Galder Gaztelu-Urrutia makes a brutally haunting debut with ‘The Platform’ as it fleshes out the horrors of capitalism and class structures. While the film has as an “obvious” social allegory, it is Gaztelu-Urrutia’s treatment of the allegory that makes it stand out from others in the genre. ‘The Platform’ unravels like a grotesque fever dream, but it continues to creep on you even as it ends, leaving you with an uneasy question: who would you be in the Pit?
Set in a dystopic near-future, ‘The Platform’ centers around a vertical prison building called “the Pit” which inhabits hundreds of people across its countless levels, for various different reasons. We see the Pit through the eyes of Goreng, a newcomer with “a big heart”, who’s initially as horrified as us to learn how the structure works. But soon enough, begins to adapt to its cruel ways. SPOILERS ALERT!
The Platform Recap:
Goreng first finds himself in a gray, concrete cell on level 48 of the Pit. Trimagasi, his cellmate, introduces him to the workings of the titular platform that descends each day through the pit, bearing a feast fit for kings. The twist, however, is that those below eat the leftovers of those above.
Until, there is nothing left for the ones that reside in the depths of the pit. The people at levels that do not get food either die or find alternative ways to sustain themselves, often resorting to cannibalism. At the end of each month, however, the cellmates are shifted to another level randomly.
Goreng is disgusted with the condition of the food, but eventually gives in out of hunger. He bonds with Trimagasi, who reveals he’s in the pit because he accidentally killed an immigrant. Goreng, on the other hand, volunteered for 6 months. It is also revealed that each individual gets to carry an item, and while Goreng brings his copy of Don Quixote, Trimagasi has a “Samurai Plus” knife.
As the new month begins, Goreng wakes up on level 171, and finds himself all tied up by Trimagasi. No food reaches the level, and in order to survive, Trimagasi reveals that he will eat parts of Goreng’s flesh, but not kill him yet. What follows is a spine-chilling account of Goreng’s survival over the months across the hundreds of levels of the Pit. As he’s paired up with people from different walks of life, he watches men and women die, and ultimately tries to break the cycle.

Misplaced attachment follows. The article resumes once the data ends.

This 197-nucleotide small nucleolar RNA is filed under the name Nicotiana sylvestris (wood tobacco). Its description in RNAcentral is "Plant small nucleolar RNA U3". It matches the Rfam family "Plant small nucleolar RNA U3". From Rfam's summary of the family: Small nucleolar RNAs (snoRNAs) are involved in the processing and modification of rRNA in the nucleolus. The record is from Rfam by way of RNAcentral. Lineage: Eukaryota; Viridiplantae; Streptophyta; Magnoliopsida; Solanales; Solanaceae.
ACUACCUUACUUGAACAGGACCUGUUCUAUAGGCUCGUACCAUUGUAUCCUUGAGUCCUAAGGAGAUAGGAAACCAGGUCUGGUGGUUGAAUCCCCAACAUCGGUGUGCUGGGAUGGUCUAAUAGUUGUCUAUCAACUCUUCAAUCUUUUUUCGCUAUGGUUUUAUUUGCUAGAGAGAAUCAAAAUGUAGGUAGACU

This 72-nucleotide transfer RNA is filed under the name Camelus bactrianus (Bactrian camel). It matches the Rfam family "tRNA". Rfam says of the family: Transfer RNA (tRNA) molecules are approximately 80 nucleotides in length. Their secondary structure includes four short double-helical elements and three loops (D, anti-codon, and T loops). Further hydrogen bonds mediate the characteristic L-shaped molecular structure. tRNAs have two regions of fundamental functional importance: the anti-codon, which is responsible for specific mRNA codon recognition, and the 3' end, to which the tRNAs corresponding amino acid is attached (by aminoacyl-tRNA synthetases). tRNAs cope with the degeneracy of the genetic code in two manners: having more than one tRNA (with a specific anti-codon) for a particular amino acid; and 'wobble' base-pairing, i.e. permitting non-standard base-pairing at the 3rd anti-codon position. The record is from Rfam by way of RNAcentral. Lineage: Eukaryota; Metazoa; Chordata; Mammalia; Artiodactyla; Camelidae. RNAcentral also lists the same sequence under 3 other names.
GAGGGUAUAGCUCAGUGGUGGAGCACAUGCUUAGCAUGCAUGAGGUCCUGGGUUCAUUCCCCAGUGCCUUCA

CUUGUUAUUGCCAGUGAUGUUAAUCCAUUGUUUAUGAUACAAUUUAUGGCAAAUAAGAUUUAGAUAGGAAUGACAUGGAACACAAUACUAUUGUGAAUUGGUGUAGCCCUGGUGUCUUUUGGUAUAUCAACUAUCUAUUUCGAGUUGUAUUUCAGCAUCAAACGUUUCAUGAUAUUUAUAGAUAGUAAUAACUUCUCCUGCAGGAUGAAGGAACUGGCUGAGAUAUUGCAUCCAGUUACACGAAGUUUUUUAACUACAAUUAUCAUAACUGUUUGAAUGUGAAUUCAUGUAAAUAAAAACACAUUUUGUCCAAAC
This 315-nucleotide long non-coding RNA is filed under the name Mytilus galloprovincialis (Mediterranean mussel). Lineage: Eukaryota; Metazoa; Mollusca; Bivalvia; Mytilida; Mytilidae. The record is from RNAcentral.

The Platform Review:
The past years have witnessed some hard-hitting features like ‘Snowpiercer’, ‘Cube’, and of course, this year’s Oscar-winning ‘Parasite‘, all of which expose humanity crumbling under the weight of capitalism. Given the concept behind ‘The Platform’, it is hard not to draw comparisons between these films. However, while most social allegories of the kind focus on Rousseau’s “eat the rich” philosophy, Gaztelu-Urrutia dives into the dizzying depths of the hell hole he creates, revealing to us a devastating reality of the poor devouring each other.
‘The Platform’, much like its name, offers a grotesque feast to the viewers with its riveting portrayal of class stratification through the different levels of the Pit. In times when the horror genre seems to be dominated by socially conscious content, Galder Gaztelu-Urrutia serves us a politically charged buffet of the horrors of capitalism with his ruthless debut.
The powerful performances of the cast elevate the film all the more, but it is Zorion Eguileor’s Trimagasi that you take back with you. While the striking cinematography and minimalist set design of ‘The Platform’ build an effective atmospheric terror that leaves you feeling uneasy, and at times even queasy, with its brutal visuals, of both the food and the flesh.
The sci-fi dystopian horror premiered at TIFF last September and earned itself wide critical acclaim, winning the Midnight Madness Award. While ‘The Platform’ left quite a mark back then, the film gets a whole new meaning in today. It is impossible to deny how close to home the social allegory hits in times of the coronavirus pandemic.
‘The Platform’ makes you all the more aware of the terrifying class divide in times of the pandemic as the riches continue to hoard, while those who can’t afford are left with nothing. It almost seems to mirror a future possibility for us as a society as a particular section of the society would be left to starve, while the other has much more than it needs to. But what truly makes ‘The Platform’ a nightmarish portrayal of our times is that it makes us aware that we could have blood on our hands.
There is also something quite haunting about having a self-isolated and quarantined audience watch a single-location dystopian horror like ‘The Platform’. Isolation is also a theme that the film explores particularly well with its visuals. The minimalist set of the cell in the ‘The Platform’ adds on to this with its cold blue-grey tones and bloody red lights. But so do the flashback scenes of Goreng being interviewed. The composition of the scenes, with Goreng as the solitary figure, immediately reminded me of Edward Hopper’s haunting paintings. It also brings a sense of timelessness to the timely satire.
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